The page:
In children, paralysis due to polio occurs in one in 1000 cases, while in adults, paralysis occurs in one in 75 cases. By 1950, the peak age incidence of paralytic poliomyelitis in the United States had shifted from infants to children aged 5 to 9 years; about one-third of the cases were reported in persons over 15 years of age. Accordingly, the rate of paralysis and death due to polio infection also increased during this time. In the United States, the 1952 polio epidemic would be the worst outbreak in the nation's history, and is credited with heightening parents’ fears of the disease and focusing public awareness on the need for a vaccine. Of the 57,628 cases reported that year 3,145 died and 21,269 were left with mild to disabling paralysis.
In the early 20th century—in the absence of proven treatments—a number of odd and potentially dangerous polio treatments were suggested. In John Haven Emerson's A Monograph on the Epidemic of Poliomyelitis (Infantile Paralysis) in New York City in 1916 one suggested remedy reads:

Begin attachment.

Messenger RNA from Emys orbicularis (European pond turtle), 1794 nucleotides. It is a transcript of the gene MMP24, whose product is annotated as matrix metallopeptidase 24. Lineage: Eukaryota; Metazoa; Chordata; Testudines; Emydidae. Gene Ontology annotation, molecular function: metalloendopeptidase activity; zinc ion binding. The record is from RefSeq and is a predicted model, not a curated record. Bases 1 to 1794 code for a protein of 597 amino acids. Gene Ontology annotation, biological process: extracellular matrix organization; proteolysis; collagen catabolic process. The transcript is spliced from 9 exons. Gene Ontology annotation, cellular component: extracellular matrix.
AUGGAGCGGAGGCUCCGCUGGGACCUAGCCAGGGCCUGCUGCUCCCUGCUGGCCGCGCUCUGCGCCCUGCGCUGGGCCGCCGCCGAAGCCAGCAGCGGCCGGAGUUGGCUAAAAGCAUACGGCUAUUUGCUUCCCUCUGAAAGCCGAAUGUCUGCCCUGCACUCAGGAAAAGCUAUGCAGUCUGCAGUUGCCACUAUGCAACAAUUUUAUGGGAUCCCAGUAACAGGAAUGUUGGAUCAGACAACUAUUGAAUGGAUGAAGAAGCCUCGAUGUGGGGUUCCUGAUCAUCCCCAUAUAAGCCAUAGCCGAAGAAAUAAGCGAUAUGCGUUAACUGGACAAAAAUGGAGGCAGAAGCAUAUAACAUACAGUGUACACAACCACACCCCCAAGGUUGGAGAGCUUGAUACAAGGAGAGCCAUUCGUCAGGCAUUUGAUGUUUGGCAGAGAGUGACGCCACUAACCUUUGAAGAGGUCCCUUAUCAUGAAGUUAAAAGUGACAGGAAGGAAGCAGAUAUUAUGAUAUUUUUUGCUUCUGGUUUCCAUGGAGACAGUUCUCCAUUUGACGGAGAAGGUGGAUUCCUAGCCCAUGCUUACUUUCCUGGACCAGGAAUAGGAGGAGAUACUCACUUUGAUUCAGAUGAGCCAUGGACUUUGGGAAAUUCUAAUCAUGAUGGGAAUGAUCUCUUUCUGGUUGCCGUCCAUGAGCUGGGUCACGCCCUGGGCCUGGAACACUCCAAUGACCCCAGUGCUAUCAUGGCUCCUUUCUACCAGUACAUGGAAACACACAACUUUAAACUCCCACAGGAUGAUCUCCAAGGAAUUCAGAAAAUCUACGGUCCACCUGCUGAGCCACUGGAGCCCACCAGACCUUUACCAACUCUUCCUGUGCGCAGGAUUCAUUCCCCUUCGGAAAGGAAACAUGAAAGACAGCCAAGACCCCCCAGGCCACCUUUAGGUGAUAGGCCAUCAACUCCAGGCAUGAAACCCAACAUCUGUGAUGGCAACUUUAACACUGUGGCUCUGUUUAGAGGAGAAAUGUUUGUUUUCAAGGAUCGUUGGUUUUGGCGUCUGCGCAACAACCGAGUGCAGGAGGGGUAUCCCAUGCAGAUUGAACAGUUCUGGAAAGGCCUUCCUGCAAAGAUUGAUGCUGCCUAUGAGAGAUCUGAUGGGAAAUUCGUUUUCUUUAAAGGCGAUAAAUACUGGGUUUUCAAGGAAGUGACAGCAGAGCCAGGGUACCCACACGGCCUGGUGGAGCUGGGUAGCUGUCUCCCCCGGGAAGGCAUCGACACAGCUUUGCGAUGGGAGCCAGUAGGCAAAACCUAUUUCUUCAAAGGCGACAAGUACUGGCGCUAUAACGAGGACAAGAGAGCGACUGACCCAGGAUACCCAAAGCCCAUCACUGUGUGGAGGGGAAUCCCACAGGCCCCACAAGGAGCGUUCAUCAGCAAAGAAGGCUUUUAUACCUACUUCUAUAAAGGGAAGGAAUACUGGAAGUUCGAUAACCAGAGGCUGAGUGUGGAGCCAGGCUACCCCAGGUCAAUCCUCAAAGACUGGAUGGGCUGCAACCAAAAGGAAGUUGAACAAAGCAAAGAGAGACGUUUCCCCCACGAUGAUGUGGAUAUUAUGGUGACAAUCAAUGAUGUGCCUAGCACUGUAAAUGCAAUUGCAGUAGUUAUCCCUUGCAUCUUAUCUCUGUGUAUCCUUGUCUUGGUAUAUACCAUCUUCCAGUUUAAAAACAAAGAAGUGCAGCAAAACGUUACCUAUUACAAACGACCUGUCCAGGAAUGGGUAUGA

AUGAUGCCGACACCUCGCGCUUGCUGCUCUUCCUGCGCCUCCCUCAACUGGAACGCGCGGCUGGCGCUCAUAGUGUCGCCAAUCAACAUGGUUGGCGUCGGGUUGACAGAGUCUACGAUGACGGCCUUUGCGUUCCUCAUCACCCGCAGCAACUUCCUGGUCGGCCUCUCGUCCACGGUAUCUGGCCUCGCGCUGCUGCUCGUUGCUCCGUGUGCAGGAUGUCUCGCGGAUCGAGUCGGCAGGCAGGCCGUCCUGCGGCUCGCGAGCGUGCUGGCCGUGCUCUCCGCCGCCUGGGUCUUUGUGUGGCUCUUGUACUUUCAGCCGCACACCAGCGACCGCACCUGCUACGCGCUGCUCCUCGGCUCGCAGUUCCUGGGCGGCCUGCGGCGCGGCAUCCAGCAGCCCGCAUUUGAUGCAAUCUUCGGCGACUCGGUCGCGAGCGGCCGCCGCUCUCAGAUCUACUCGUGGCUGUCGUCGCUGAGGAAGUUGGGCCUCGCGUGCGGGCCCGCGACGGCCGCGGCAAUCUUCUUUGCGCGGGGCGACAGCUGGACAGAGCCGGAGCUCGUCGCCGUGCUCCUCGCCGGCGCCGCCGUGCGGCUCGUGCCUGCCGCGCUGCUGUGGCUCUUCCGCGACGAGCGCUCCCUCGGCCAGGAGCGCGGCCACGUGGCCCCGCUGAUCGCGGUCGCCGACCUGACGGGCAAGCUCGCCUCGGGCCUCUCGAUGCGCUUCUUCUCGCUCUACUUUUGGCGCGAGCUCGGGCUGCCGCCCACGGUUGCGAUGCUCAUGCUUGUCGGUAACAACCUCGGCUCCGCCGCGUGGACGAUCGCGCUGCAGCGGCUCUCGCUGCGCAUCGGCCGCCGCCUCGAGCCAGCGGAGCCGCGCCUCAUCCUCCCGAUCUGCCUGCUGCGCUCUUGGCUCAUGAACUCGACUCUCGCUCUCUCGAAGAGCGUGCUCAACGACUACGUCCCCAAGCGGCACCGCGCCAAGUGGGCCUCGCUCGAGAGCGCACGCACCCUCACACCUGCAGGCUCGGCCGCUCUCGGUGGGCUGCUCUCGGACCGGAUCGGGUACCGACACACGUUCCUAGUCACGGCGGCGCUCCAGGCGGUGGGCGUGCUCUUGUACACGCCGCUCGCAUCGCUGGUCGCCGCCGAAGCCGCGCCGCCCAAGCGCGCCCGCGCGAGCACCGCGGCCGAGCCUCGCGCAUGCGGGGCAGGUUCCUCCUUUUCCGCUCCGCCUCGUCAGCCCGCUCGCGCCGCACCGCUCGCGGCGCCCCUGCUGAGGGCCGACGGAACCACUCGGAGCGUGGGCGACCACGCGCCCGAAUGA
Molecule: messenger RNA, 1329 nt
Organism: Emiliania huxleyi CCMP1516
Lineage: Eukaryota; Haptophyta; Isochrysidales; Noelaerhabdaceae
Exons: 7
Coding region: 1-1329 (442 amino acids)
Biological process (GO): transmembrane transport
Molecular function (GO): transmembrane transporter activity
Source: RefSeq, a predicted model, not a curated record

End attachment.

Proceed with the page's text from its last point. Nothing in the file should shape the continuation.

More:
|“||Give oxygen through the lower extremities, by positive electricity. Frequent baths using almond meal, or oxidising the water. Applications of poultices of Roman chamomile, slippery elm, arnica, mustard, cantharis, amygdalae dulcis oil, and of special merit, spikenard oil and Xanthoxolinum. Internally use caffeine, Fl. Kola, dry muriate of quinine, elixir of cinchone, radium water, chloride of gold, liquor calcis and wine of pepsin.||”|